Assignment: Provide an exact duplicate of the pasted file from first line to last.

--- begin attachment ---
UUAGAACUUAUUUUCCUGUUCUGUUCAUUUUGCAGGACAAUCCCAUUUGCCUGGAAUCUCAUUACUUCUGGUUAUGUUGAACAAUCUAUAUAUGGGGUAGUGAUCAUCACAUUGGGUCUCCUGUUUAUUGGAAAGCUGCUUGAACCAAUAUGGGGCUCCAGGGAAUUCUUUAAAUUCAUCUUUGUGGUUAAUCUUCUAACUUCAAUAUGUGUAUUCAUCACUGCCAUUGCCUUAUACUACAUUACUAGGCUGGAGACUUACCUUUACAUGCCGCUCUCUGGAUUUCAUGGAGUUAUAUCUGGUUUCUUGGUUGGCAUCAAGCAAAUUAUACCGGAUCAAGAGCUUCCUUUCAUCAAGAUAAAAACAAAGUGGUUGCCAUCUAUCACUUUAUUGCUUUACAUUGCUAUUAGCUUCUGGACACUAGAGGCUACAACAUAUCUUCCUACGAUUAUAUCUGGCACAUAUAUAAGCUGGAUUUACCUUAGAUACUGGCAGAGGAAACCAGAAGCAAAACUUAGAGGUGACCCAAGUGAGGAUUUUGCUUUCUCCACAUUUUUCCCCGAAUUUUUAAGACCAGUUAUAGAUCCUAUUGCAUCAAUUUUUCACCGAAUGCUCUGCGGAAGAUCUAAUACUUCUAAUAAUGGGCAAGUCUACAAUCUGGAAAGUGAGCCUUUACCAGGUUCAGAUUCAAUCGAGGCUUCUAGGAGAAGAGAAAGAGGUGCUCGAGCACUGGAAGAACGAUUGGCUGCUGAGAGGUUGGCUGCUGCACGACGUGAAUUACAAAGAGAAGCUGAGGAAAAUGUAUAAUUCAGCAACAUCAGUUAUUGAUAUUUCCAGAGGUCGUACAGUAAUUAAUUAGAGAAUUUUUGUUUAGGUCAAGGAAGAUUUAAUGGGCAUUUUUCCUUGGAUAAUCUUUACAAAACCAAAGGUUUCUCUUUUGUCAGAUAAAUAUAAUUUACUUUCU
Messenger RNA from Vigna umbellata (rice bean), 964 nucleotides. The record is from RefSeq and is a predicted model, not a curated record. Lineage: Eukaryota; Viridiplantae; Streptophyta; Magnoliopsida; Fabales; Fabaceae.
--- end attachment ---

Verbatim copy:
UUAGAACUUAUUUUCCUGUUCUGUUCAUUUUGCAGGACAAUCCCAUUUGCCUGGAAUCUCAUUACUUCUGGUUAUGUUGAACAAUCUAUAUAUGGGGUAGUGAUCAUCACAUUGGGUCUCCUGUUUAUUGGAAAGCUGCUUGAACCAAUAUGGGGCUCCAGGGAAUUCUUUAAAUUCAUCUUUGUGGUUAAUCUUCUAACUUCAAUAUGUGUAUUCAUCACUGCCAUUGCCUUAUACUACAUUACUAGGCUGGAGACUUACCUUUACAUGCCGCUCUCUGGAUUUCAUGGAGUUAUAUCUGGUUUCUUGGUUGGCAUCAAGCAAAUUAUACCGGAUCAAGAGCUUCCUUUCAUCAAGAUAAAAACAAAGUGGUUGCCAUCUAUCACUUUAUUGCUUUACAUUGCUAUUAGCUUCUGGACACUAGAGGCUACAACAUAUCUUCCUACGAUUAUAUCUGGCACAUAUAUAAGCUGGAUUUACCUUAGAUACUGGCAGAGGAAACCAGAAGCAAAACUUAGAGGUGACCCAAGUGAGGAUUUUGCUUUCUCCACAUUUUUCCCCGAAUUUUUAAGACCAGUUAUAGAUCCUAUUGCAUCAAUUUUUCACCGAAUGCUCUGCGGAAGAUCUAAUACUUCUAAUAAUGGGCAAGUCUACAAUCUGGAAAGUGAGCCUUUACCAGGUUCAGAUUCAAUCGAGGCUUCUAGGAGAAGAGAAAGAGGUGCUCGAGCACUGGAAGAACGAUUGGCUGCUGAGAGGUUGGCUGCUGCACGACGUGAAUUACAAAGAGAAGCUGAGGAAAAUGUAUAAUUCAGCAACAUCAGUUAUUGAUAUUUCCAGAGGUCGUACAGUAAUUAAUUAGAGAAUUUUUGUUUAGGUCAAGGAAGAUUUAAUGGGCAUUUUUCCUUGGAUAAUCUUUACAAAACCAAAGGUUUCUCUUUUGUCAGAUAAAUAUAAUUUACUUUCU
Messenger RNA from Vigna umbellata (rice bean), 964 nucleotides. The record is from RefSeq and is a predicted model, not a curated record. Lineage: Eukaryota; Viridiplantae; Streptophyta; Magnoliopsida; Fabales; Fabaceae.